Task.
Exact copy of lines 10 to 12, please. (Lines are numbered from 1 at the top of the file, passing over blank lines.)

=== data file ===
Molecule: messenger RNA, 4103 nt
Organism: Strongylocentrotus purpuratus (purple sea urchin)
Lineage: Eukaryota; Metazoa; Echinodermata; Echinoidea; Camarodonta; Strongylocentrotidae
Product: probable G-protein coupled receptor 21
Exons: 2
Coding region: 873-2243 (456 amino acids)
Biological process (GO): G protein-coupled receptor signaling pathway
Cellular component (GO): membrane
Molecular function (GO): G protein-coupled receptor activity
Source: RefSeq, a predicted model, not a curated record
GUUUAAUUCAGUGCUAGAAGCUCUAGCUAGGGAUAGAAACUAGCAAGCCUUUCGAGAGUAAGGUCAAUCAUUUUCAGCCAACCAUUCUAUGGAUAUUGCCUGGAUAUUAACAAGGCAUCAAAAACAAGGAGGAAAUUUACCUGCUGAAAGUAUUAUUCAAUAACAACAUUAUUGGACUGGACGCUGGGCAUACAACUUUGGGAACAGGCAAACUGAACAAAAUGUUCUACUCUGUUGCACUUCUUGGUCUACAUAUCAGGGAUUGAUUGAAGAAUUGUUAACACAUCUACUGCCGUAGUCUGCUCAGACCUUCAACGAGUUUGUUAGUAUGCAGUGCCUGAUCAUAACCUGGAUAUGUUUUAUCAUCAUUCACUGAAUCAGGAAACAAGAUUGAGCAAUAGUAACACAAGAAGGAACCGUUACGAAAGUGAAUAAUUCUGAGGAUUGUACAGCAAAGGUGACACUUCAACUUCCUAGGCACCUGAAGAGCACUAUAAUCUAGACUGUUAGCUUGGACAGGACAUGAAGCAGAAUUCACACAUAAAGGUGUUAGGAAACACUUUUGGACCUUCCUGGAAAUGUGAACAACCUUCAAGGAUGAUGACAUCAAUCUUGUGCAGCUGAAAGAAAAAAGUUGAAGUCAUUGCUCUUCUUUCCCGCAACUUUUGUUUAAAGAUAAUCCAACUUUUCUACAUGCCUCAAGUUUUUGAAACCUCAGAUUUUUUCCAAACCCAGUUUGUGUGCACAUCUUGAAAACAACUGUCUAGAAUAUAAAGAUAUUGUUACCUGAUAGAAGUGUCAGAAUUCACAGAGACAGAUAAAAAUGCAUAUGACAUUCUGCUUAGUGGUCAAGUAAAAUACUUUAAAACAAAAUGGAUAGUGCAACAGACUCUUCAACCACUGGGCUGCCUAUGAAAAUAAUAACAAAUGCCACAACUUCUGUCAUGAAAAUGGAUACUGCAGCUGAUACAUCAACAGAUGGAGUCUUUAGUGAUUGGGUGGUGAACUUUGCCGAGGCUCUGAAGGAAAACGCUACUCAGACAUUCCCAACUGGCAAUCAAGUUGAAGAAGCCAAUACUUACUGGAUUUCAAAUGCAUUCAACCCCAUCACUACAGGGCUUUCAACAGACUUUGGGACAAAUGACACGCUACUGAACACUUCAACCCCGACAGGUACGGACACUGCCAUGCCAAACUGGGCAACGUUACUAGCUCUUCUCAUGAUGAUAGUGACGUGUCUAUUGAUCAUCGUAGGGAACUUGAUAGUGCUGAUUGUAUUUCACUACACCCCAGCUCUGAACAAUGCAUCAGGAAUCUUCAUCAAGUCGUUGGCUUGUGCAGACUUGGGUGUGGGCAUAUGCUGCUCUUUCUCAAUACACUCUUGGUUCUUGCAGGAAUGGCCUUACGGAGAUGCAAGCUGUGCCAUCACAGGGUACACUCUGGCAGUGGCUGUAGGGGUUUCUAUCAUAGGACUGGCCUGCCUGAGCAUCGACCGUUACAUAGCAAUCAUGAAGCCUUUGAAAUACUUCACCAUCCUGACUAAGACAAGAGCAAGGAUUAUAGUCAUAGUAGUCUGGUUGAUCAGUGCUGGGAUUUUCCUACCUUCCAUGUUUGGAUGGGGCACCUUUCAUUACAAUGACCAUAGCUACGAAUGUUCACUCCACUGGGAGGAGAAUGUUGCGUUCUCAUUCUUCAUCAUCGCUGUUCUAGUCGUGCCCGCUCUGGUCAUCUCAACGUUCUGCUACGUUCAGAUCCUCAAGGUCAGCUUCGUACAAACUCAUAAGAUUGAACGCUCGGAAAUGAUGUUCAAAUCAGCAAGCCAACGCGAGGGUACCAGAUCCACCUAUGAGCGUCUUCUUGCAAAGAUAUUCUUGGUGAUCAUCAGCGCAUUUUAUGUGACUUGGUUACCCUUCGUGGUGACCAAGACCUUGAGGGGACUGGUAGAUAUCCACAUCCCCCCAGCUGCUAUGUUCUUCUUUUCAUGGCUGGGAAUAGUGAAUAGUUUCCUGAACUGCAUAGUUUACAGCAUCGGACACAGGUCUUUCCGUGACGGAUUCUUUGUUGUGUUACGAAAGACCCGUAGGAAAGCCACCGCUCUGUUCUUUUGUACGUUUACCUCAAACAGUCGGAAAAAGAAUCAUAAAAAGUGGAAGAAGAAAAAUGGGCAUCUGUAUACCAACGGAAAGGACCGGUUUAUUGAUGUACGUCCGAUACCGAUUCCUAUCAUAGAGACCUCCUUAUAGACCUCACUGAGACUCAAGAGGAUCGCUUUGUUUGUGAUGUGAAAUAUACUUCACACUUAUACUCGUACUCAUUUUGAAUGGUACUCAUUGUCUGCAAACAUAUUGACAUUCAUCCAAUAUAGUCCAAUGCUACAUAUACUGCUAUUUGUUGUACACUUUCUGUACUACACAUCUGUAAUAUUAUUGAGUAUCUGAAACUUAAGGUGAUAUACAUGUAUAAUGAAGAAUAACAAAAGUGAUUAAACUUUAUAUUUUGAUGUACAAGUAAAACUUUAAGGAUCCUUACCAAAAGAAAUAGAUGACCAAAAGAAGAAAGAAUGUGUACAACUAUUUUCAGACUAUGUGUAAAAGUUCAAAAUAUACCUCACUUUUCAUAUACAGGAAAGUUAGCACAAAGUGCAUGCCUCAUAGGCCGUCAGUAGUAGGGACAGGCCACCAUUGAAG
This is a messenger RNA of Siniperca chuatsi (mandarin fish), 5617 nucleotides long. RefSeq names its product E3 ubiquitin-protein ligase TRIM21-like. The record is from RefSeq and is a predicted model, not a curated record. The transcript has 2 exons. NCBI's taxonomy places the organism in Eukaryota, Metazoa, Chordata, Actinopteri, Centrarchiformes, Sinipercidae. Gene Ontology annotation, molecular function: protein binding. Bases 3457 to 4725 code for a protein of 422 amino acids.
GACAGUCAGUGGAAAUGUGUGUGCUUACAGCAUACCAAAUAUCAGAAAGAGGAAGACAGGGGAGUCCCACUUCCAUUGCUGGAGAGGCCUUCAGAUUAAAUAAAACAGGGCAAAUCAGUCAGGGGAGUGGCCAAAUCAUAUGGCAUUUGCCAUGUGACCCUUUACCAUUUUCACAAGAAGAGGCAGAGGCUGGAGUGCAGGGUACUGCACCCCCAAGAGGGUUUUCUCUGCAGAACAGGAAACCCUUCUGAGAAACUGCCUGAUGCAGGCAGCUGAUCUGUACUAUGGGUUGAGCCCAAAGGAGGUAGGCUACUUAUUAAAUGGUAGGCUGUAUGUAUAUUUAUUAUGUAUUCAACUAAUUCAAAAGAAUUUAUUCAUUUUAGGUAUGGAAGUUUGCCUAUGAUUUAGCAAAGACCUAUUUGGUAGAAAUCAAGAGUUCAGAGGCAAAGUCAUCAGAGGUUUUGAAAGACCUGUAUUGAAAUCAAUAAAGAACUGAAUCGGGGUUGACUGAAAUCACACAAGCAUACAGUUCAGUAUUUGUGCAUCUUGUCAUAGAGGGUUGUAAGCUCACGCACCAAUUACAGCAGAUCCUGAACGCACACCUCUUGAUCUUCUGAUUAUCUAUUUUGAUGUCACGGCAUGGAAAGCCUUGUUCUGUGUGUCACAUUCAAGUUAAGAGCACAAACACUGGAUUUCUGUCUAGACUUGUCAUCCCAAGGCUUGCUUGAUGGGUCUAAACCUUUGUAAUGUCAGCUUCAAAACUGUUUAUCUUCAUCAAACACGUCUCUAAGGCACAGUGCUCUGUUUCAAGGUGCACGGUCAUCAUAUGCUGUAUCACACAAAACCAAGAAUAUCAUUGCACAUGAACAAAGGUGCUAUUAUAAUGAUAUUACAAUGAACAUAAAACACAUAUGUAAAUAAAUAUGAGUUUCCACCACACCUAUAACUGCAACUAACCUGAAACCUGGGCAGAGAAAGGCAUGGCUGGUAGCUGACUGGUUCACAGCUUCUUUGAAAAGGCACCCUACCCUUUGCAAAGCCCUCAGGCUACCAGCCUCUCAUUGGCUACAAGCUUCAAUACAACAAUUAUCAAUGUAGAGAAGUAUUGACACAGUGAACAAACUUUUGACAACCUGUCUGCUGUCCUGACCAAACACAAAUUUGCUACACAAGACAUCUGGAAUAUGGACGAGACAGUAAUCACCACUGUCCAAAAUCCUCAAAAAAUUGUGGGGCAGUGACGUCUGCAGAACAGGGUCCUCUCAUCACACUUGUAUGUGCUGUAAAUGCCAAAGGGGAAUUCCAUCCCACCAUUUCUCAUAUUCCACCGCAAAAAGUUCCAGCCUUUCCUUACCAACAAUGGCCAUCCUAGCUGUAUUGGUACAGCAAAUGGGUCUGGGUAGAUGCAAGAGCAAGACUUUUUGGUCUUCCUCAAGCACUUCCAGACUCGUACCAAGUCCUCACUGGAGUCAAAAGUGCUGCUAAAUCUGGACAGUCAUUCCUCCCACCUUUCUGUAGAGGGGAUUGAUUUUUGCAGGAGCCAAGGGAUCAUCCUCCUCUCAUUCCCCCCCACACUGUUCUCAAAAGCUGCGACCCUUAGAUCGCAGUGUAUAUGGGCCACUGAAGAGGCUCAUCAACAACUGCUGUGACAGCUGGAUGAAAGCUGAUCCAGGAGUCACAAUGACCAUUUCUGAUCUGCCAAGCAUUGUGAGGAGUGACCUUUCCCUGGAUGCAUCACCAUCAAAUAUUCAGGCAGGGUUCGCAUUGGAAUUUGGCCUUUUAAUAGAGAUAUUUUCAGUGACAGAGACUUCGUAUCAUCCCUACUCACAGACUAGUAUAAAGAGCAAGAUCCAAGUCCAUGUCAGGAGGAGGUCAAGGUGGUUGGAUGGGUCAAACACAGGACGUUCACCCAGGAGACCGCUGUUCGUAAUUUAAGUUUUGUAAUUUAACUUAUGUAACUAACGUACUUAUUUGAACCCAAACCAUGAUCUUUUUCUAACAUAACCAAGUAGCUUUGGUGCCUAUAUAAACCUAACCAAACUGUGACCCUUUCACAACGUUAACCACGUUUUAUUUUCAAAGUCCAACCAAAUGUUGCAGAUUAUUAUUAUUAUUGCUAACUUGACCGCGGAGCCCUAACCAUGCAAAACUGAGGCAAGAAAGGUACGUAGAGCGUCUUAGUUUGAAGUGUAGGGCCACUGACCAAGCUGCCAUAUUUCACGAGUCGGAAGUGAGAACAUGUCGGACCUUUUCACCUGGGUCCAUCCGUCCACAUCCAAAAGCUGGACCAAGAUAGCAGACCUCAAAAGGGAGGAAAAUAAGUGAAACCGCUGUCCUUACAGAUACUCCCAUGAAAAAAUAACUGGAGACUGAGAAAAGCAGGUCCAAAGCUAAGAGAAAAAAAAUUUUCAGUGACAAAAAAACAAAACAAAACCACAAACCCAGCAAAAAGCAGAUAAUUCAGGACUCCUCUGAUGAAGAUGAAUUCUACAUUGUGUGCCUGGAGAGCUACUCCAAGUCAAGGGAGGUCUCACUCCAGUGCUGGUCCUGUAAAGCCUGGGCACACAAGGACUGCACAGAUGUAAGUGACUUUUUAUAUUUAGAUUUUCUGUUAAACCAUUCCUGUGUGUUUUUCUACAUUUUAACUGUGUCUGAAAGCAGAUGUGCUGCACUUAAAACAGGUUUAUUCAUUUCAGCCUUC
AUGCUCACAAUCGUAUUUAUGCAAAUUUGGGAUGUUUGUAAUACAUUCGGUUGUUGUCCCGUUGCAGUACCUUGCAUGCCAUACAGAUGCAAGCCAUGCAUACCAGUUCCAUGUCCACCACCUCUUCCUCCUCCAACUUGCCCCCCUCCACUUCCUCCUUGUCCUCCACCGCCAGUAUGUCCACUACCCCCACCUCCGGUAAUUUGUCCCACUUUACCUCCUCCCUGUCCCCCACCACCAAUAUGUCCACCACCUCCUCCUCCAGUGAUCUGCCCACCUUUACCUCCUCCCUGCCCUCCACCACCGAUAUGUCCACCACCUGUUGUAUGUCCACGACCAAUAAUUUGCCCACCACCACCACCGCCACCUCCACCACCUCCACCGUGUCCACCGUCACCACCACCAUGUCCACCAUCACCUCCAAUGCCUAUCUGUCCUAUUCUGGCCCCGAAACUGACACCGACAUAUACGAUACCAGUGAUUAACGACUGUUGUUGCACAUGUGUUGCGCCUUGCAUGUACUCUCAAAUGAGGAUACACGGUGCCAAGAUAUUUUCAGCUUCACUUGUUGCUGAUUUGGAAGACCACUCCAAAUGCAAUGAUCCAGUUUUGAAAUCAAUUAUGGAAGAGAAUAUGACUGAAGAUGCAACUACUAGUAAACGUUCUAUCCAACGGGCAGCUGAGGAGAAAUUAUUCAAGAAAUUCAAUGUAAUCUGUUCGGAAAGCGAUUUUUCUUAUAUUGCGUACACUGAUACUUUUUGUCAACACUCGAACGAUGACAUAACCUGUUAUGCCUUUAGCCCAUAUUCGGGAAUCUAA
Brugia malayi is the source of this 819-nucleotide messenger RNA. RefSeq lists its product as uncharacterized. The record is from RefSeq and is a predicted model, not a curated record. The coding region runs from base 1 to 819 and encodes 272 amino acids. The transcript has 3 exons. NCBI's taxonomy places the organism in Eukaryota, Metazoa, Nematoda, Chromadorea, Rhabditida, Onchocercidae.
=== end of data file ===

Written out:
Source: RefSeq, a predicted model, not a curated record
GUUUAAUUCAGUGCUAGAAGCUCUAGCUAGGGAUAGAAACUAGCAAGCCUUUCGAGAGUAAGGUCAAUCAUUUUCAGCCAACCAUUCUAUGGAUAUUGCCUGGAUAUUAACAAGGCAUCAAAAACAAGGAGGAAAUUUACCUGCUGAAAGUAUUAUUCAAUAACAACAUUAUUGGACUGGACGCUGGGCAUACAACUUUGGGAACAGGCAAACUGAACAAAAUGUUCUACUCUGUUGCACUUCUUGGUCUACAUAUCAGGGAUUGAUUGAAGAAUUGUUAACACAUCUACUGCCGUAGUCUGCUCAGACCUUCAACGAGUUUGUUAGUAUGCAGUGCCUGAUCAUAACCUGGAUAUGUUUUAUCAUCAUUCACUGAAUCAGGAAACAAGAUUGAGCAAUAGUAACACAAGAAGGAACCGUUACGAAAGUGAAUAAUUCUGAGGAUUGUACAGCAAAGGUGACACUUCAACUUCCUAGGCACCUGAAGAGCACUAUAAUCUAGACUGUUAGCUUGGACAGGACAUGAAGCAGAAUUCACACAUAAAGGUGUUAGGAAACACUUUUGGACCUUCCUGGAAAUGUGAACAACCUUCAAGGAUGAUGACAUCAAUCUUGUGCAGCUGAAAGAAAAAAGUUGAAGUCAUUGCUCUUCUUUCCCGCAACUUUUGUUUAAAGAUAAUCCAACUUUUCUACAUGCCUCAAGUUUUUGAAACCUCAGAUUUUUUCCAAACCCAGUUUGUGUGCACAUCUUGAAAACAACUGUCUAGAAUAUAAAGAUAUUGUUACCUGAUAGAAGUGUCAGAAUUCACAGAGACAGAUAAAAAUGCAUAUGACAUUCUGCUUAGUGGUCAAGUAAAAUACUUUAAAACAAAAUGGAUAGUGCAACAGACUCUUCAACCACUGGGCUGCCUAUGAAAAUAAUAACAAAUGCCACAACUUCUGUCAUGAAAAUGGAUACUGCAGCUGAUACAUCAACAGAUGGAGUCUUUAGUGAUUGGGUGGUGAACUUUGCCGAGGCUCUGAAGGAAAACGCUACUCAGACAUUCCCAACUGGCAAUCAAGUUGAAGAAGCCAAUACUUACUGGAUUUCAAAUGCAUUCAACCCCAUCACUACAGGGCUUUCAACAGACUUUGGGACAAAUGACACGCUACUGAACACUUCAACCCCGACAGGUACGGACACUGCCAUGCCAAACUGGGCAACGUUACUAGCUCUUCUCAUGAUGAUAGUGACGUGUCUAUUGAUCAUCGUAGGGAACUUGAUAGUGCUGAUUGUAUUUCACUACACCCCAGCUCUGAACAAUGCAUCAGGAAUCUUCAUCAAGUCGUUGGCUUGUGCAGACUUGGGUGUGGGCAUAUGCUGCUCUUUCUCAAUACACUCUUGGUUCUUGCAGGAAUGGCCUUACGGAGAUGCAAGCUGUGCCAUCACAGGGUACACUCUGGCAGUGGCUGUAGGGGUUUCUAUCAUAGGACUGGCCUGCCUGAGCAUCGACCGUUACAUAGCAAUCAUGAAGCCUUUGAAAUACUUCACCAUCCUGACUAAGACAAGAGCAAGGAUUAUAGUCAUAGUAGUCUGGUUGAUCAGUGCUGGGAUUUUCCUACCUUCCAUGUUUGGAUGGGGCACCUUUCAUUACAAUGACCAUAGCUACGAAUGUUCACUCCACUGGGAGGAGAAUGUUGCGUUCUCAUUCUUCAUCAUCGCUGUUCUAGUCGUGCCCGCUCUGGUCAUCUCAACGUUCUGCUACGUUCAGAUCCUCAAGGUCAGCUUCGUACAAACUCAUAAGAUUGAACGCUCGGAAAUGAUGUUCAAAUCAGCAAGCCAACGCGAGGGUACCAGAUCCACCUAUGAGCGUCUUCUUGCAAAGAUAUUCUUGGUGAUCAUCAGCGCAUUUUAUGUGACUUGGUUACCCUUCGUGGUGACCAAGACCUUGAGGGGACUGGUAGAUAUCCACAUCCCCCCAGCUGCUAUGUUCUUCUUUUCAUGGCUGGGAAUAGUGAAUAGUUUCCUGAACUGCAUAGUUUACAGCAUCGGACACAGGUCUUUCCGUGACGGAUUCUUUGUUGUGUUACGAAAGACCCGUAGGAAAGCCACCGCUCUGUUCUUUUGUACGUUUACCUCAAACAGUCGGAAAAAGAAUCAUAAAAAGUGGAAGAAGAAAAAUGGGCAUCUGUAUACCAACGGAAAGGACCGGUUUAUUGAUGUACGUCCGAUACCGAUUCCUAUCAUAGAGACCUCCUUAUAGACCUCACUGAGACUCAAGAGGAUCGCUUUGUUUGUGAUGUGAAAUAUACUUCACACUUAUACUCGUACUCAUUUUGAAUGGUACUCAUUGUCUGCAAACAUAUUGACAUUCAUCCAAUAUAGUCCAAUGCUACAUAUACUGCUAUUUGUUGUACACUUUCUGUACUACACAUCUGUAAUAUUAUUGAGUAUCUGAAACUUAAGGUGAUAUACAUGUAUAAUGAAGAAUAACAAAAGUGAUUAAACUUUAUAUUUUGAUGUACAAGUAAAACUUUAAGGAUCCUUACCAAAAGAAAUAGAUGACCAAAAGAAGAAAGAAUGUGUACAACUAUUUUCAGACUAUGUGUAAAAGUUCAAAAUAUACCUCACUUUUCAUAUACAGGAAAGUUAGCACAAAGUGCAUGCCUCAUAGGCCGUCAGUAGUAGGGACAGGCCACCAUUGAAG
This is a messenger RNA of Siniperca chuatsi (mandarin fish), 5617 nucleotides long. RefSeq names its product E3 ubiquitin-protein ligase TRIM21-like. The record is from RefSeq and is a predicted model, not a curated record. The transcript has 2 exons. NCBI's taxonomy places the organism in Eukaryota, Metazoa, Chordata, Actinopteri, Centrarchiformes, Sinipercidae. Gene Ontology annotation, molecular function: protein binding. Bases 3457 to 4725 code for a protein of 422 amino acids.